If you’re like me, you spend a lot of time looking at a computer’s LCD screen, especially after the sun has gone down. Now this is great because we’re all doing important things like watching YouTube videos and blogging, but there’s a downside: it’s turning you into an insomniac.
That’s right, an insomniac, a person with a persistent inability to fall asleep. You see, computer screens are super bright and are, in fact, designed to mimic light from the sun. This results in a crisp, beautiful display, but your brain see’s a different picture: “Light! Awake! Party!”.
I’m no doctor, but a little reading tells me that our circadian rhythms (the natural cycles of sleep and wakefulness) are tied primarily to sunlight. So after a few nights (or weeks or years) of staring at a bright screen all night long, your body can no longer tell when it’s supposed to sleep and wake up.
After that, it’s only a matter of time before you turn into Edward Norton in Fight Club. Or Christian Bale in The Machinist. Either way, not something you want.
The Medicine: F.lux
It wouldn’t be any fun if I said all that stuff and didn’t have a solution, so check this out. F.lux is a free application for both Windows and Mac that dynamically adjusts the color temperature of your screen, making your display appear dimmer at night and mimic indoor lighting. During the day, it switches your display back to the normal “sunlight” temperature.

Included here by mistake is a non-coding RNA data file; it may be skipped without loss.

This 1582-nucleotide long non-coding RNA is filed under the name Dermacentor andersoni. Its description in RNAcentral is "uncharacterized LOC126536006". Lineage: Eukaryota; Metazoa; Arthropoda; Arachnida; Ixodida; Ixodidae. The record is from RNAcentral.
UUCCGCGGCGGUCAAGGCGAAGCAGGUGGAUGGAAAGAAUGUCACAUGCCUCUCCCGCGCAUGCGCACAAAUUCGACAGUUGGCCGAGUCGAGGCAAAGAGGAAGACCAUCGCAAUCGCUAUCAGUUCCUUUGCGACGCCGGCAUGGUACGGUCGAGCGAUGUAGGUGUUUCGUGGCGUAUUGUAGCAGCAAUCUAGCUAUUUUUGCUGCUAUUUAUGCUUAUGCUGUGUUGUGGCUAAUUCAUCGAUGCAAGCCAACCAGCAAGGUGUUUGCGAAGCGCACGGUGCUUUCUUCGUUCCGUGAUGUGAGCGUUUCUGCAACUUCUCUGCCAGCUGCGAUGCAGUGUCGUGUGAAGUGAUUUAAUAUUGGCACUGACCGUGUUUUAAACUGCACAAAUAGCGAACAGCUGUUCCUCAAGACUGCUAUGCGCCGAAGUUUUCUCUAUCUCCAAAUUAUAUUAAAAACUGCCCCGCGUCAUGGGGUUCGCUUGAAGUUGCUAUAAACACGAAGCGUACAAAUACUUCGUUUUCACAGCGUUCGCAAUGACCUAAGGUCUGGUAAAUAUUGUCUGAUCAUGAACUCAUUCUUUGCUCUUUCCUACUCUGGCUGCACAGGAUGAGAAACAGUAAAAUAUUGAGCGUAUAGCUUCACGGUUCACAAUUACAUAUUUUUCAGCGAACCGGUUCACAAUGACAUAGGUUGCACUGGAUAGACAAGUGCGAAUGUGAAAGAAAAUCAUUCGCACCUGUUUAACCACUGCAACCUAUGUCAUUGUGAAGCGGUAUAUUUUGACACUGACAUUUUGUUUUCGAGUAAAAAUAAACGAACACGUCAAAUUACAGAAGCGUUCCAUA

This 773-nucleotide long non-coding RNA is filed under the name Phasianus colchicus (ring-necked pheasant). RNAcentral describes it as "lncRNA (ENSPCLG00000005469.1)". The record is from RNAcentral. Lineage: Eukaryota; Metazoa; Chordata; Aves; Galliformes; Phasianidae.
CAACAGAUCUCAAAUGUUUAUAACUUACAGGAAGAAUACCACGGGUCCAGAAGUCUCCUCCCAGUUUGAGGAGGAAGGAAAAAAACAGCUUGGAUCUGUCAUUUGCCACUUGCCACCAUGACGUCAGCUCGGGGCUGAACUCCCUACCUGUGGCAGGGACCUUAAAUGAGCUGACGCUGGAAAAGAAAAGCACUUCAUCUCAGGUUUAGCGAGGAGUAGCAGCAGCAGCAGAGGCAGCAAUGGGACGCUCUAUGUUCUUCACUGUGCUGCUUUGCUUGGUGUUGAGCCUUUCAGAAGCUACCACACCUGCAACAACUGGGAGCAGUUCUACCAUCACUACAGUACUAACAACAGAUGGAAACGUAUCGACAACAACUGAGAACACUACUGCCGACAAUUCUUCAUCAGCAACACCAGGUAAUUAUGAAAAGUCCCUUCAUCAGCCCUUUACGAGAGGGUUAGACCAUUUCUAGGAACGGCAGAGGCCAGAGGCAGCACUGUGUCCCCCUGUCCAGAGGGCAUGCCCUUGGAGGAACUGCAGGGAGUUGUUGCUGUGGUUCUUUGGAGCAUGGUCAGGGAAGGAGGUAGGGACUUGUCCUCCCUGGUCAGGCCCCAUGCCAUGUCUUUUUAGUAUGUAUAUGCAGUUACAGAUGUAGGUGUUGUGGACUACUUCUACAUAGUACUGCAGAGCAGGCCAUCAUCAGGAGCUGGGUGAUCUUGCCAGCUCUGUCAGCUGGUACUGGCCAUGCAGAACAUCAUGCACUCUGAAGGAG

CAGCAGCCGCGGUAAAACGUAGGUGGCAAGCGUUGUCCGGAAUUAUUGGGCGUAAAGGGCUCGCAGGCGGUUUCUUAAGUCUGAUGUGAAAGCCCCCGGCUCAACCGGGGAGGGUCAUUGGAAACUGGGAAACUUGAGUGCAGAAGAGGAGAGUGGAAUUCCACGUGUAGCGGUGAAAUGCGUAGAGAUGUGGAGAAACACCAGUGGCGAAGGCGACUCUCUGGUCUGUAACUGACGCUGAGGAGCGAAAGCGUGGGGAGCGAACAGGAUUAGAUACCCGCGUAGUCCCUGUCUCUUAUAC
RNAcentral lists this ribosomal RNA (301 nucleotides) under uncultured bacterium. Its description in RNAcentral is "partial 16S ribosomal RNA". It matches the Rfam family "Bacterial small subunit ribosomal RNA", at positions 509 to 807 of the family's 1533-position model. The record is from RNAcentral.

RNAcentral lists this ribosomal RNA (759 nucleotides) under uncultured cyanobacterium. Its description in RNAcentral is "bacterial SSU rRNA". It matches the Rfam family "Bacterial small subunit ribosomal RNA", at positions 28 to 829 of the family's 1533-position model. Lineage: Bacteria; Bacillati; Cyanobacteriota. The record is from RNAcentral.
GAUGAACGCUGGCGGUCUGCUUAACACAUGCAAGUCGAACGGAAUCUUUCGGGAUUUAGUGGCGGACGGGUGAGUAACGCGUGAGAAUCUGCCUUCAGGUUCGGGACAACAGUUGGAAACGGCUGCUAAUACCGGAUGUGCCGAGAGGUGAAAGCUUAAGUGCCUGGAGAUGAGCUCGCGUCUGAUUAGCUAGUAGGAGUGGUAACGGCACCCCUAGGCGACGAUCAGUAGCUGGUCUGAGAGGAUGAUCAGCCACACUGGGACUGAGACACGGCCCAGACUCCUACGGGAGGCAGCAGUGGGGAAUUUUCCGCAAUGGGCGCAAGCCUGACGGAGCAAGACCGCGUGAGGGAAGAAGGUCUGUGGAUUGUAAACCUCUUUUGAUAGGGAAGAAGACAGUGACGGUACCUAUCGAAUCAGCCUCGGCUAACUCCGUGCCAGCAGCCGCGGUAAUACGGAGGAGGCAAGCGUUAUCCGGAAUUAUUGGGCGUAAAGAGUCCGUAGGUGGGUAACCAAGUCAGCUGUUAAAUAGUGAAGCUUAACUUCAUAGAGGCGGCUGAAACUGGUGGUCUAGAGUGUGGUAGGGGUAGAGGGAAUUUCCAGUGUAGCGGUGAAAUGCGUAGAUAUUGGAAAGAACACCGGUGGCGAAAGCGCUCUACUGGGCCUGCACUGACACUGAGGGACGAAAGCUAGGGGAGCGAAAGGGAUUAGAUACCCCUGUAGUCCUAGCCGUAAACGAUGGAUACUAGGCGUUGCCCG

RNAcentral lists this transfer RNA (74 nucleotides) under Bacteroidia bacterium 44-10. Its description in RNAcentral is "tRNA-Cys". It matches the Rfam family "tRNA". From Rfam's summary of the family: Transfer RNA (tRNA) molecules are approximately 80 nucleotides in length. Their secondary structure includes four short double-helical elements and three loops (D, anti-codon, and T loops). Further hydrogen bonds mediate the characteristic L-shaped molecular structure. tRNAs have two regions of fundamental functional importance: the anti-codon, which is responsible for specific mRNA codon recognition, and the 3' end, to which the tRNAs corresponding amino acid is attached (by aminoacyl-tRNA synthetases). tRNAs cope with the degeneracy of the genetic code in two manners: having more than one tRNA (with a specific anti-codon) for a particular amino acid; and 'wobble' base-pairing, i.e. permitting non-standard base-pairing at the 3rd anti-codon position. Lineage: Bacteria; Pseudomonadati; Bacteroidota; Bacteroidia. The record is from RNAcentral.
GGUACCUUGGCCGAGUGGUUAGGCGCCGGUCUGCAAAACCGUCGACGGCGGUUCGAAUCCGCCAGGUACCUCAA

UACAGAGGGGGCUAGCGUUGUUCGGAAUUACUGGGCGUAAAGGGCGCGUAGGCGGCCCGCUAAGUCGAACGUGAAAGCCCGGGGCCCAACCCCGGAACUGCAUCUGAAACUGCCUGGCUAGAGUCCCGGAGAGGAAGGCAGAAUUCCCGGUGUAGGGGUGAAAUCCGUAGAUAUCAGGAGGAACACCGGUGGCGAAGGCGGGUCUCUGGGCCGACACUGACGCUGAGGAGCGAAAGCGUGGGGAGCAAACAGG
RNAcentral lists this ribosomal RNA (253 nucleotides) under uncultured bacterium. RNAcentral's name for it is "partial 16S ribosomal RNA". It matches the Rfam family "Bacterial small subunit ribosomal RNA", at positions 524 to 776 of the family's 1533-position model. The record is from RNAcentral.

After installing F.lux, all you need to do is input your zip code so it knows what light conditions to mimic. The next time you’re ironically writing an article about insomnia at 2:00am, your computer will have the warm glow of indoor lighting instead of the harsh glare of the sun. Hooray!
If you happen to do color-sensitive work like photography, F.lux has a useful “Disable for one hour” feature that resets your display to normal.
F.lux also displays where it’s at in terms of lighting conditions, which is extremely handy when trying to figure out how long ago you should’ve been asleep (or how far away dawn is, for you vampire-fearers).
Here’s a quick demo of the transitions F.lux makes (this preview can be initiated by clicking anywhere on the day/night graph, real transitions are much more subtle). Even with my Droid trying to compensate for the changing white balance, you can still notice a pretty dramatic difference.
I’ve been using F.lux on both my desktop and netbook for the last week, and to be honest, I have definitely noticed a change in my alertness at night. I wasn’t struggling with insomnia (although I do stay up too late), but I find that after I leave the computer I’m not near as alert as I would be without F.lux. This is a good thing, because I’m now going to schedule this article and go to sleep.
The only problem I’ve had with F.lux so far is that my computer (with ample processing power, video card, and RAM), really bogs down when the color transition is taking place. It seems like this might only be a problem in Windows 7, and thankfully only lasts for a few seconds while the colors are changing.
Happy sleeping, everyone. Share your thoughts with me in the comments.
Image credit: dno1967, Matheus Sanchez